Lawmakers want Defense Department to declassify info about experiments on troopsSTARS AND STRIPES
By NIKKI WENTLING
Published: July 12, 2017
Rep. Mike Thompson, D-Calif., has been questioning the Defense Department about the testing since he was elected to the House in 1999, when a Navy veteran who had been subjected to chemical agents asked Thompson to look into it.
Airman 1st Class Harry Leonard, postal clerk, sorts mail while wearing nuclear-biological-chemical gear during a test to evaluate his unit's ability to perform under fallout conditions in October, 1978. DEPARTMENT OF DEFENSEWASHINGTON – Three lawmakers introduced a measure Wednesday to force the Defense Department to declassify records about chemical and biological testing that the government performed on servicemembers in the 1960s and 1970s, in an attempt to connect the affected veterans with Department of Veterans Affairs benefits and health care.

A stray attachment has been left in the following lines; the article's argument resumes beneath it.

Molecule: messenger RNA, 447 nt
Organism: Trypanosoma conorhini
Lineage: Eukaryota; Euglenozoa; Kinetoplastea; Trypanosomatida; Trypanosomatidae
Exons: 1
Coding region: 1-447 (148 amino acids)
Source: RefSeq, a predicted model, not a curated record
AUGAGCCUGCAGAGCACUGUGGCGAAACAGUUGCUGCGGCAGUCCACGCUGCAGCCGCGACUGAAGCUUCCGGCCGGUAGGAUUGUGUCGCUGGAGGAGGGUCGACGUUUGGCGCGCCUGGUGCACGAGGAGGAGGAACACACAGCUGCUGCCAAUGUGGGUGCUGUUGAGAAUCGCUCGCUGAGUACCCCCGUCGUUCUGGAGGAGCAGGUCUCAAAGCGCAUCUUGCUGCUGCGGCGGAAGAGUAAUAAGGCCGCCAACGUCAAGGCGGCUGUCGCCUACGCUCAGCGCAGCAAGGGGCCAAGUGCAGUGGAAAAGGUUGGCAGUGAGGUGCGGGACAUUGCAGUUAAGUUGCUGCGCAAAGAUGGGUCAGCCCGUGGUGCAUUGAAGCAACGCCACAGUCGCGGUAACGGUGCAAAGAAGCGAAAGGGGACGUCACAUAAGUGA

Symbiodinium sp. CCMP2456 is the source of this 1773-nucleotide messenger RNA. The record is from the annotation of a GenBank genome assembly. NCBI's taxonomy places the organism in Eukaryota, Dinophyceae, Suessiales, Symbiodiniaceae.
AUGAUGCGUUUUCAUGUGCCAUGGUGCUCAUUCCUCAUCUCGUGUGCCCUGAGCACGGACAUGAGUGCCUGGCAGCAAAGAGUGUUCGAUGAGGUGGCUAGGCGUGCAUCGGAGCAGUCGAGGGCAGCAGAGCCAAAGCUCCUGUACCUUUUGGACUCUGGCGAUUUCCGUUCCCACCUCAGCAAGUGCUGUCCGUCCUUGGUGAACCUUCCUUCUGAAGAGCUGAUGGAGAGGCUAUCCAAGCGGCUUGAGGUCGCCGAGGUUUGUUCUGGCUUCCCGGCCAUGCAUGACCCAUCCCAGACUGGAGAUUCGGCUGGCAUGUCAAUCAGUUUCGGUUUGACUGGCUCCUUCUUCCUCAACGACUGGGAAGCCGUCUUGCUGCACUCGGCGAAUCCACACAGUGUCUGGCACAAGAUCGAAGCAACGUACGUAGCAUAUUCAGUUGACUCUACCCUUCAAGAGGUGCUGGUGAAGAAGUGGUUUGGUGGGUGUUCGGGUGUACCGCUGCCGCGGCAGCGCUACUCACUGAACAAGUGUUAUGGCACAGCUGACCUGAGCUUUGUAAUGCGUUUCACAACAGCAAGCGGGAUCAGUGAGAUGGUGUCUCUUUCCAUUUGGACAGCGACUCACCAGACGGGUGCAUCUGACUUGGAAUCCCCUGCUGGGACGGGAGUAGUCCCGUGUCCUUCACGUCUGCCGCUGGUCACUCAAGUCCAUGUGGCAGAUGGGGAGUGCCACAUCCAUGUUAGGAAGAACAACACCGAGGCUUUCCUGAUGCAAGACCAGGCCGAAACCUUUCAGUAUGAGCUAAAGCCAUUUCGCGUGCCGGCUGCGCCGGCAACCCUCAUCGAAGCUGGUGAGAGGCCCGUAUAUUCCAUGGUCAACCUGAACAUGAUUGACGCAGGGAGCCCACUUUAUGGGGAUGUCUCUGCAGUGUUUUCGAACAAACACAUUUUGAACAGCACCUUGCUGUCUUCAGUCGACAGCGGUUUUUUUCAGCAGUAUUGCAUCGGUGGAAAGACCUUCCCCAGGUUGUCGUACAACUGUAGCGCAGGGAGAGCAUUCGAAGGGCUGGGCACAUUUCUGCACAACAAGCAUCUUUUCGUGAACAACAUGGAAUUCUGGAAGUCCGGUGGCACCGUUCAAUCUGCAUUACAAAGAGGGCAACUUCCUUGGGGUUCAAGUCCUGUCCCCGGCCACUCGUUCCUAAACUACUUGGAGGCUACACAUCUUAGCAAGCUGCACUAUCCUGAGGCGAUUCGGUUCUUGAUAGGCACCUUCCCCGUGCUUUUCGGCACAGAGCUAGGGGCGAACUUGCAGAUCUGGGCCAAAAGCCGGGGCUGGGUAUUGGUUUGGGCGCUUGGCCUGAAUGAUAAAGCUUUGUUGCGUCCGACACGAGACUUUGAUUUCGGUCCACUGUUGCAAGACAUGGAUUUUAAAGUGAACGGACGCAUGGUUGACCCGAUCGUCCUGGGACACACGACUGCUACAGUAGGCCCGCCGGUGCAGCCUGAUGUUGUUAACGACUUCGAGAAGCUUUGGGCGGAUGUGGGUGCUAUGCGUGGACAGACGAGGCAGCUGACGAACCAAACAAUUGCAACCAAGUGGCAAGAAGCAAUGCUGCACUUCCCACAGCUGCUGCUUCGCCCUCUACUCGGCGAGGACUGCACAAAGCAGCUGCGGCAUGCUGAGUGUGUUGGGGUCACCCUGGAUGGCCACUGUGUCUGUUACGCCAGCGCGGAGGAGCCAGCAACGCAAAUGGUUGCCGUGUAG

The Defense Department conducted the land- and sea-based tests, known as Project 112 and Project SHAD (Shipboard Hazard and Defense) from 1962 to 1974 to learn the effects of chemical and biological agents such as nerve gas and E. coli. About 6,000 servicemembers were affected, according to the VA.
“Veterans were exposed to some of the most extreme and hazardous agents during the SHAD project and 112 and now suffer from debilitating health care conditions,” said Ken Wiseman, associate legislative director with Veterans of Foreign Wars.
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